Five Tips for Handling Election-Induced Stress

This too shall pass.

Angry. Fearful. Anxious. Confused. Frustrated.

If there’s one word that’s not being used to describe voter sentiment this election cycle, it’s apathetic.

The Sept. 26 debate between Hillary Clinton and Donald Trump drew 84 million TV viewers, a record viewership for a presidential debate, according to Nielsen figures. And that doesn’t count the folks who watched online.

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Americans have always been passionate about their candidates, and everybody knows politics is a full-contact sport.

But 2016 is something else. Much of the anxiety comes from the fiery rhetoric of Republican nominee Donald Trump. But the GOP can’t take all the blame. There’s an equal amount of nail biting over the Democratic slate, especially the nagging distrust of Hilary Clinton.

Even mental-health professionals are feeling some agita. “I myself am a little topsy-turvy about it,” says Angela D’Antonio, Ph.D., associate professor of psychology at Wesley College in Dover. “I think I need to ask somebody what to do instead of being the person telling others what to do.”

If emotions are running wild this election year, it’s because this is a wildly atypical election. “As a political scientist, I would have predicted that as we got closer to the election, the parties would have come to the middle—and that really hasn’t happened here,” says Samuel Hoff, Ph.D., professor of political science at Delaware State University in Dover.

Hoff compares 2016 to the 1964 dustup between Republican Barry Goldwater and Democrat Lyndon Johnson, the contest that brought ideology into American politics as well as the Democratic slogan: “In your guts, you know he’s nuts.”

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And when conservative and liberal extremes dominate, conflict is sure to follow. “You have some people who are afraid of change, and then there are people who are demanding change—and those two groups are colliding,” D’Antonio says.

So, what can you do to calm your nerves before you pull that lever? Hoff and D’Antonio have some ideas.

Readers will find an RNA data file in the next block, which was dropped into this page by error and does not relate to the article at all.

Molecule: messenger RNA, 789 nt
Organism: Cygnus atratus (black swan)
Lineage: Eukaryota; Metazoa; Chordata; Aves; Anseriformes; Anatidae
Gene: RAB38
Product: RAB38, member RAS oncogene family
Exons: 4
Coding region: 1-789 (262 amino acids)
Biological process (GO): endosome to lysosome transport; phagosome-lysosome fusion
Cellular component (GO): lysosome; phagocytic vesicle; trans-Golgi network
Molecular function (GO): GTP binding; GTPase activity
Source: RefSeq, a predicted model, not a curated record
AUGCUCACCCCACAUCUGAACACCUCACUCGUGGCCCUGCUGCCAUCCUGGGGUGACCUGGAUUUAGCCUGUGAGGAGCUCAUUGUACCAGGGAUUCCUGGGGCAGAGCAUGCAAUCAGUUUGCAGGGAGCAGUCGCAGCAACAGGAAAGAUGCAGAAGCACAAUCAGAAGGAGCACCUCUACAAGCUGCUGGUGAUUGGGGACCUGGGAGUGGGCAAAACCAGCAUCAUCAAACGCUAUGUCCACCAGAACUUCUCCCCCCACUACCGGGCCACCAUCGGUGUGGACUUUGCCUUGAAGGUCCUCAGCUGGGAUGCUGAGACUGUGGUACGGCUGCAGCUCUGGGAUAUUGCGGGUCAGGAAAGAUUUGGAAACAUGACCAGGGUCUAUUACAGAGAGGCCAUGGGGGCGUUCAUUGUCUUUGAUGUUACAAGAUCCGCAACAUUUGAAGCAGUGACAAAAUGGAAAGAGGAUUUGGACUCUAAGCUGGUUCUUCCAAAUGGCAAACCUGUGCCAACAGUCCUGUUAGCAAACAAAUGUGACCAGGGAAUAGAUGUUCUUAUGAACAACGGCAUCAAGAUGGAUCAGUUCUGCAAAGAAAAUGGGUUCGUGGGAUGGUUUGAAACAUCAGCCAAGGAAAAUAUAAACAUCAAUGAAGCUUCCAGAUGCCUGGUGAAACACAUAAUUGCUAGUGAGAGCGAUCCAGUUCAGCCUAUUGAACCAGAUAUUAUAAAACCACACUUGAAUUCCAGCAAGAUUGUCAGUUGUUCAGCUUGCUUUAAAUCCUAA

• Tune out … at least for a while. D’Antonio recommends taking a break from the round-the-clock news cycle. “I give an assignment in my classes: Turn it off and step back. Don’t get sucked into the social media [storm] or whatever,” says D’Antonio.
  • Be proactive, not powerless. While it’s only natural to fret over complex situations with uncertain outcomes, unproductive worry can lead to paralysis. Channeling worry into productive action can generate a sense of control. Volunteer, donate or attend an event. “It can also be something as simple as putting up a lawn sign,” says Hoff.
  • Reach across the divide to try to understand other viewpoints. “If you watch Fox News, tune into MSNBC for once—or vice versa,” says Hoff.
  • Take care of yourself. Get enough sleep, eat right and exercise. “You know what works for you,” says D’Antonio. “Do some distracting activity—be it mind or body—that helps you deal with stress.”
  • Put things in perspective. This too shall pass. The U.S. has a history of nasty matchups, some of the nastiest of which occurred during the 19th century. And yet the republic has survived. “This one wouldn’t make the Top Five,” says Hoff. “It might make the Top 10, but not the Top Five.”

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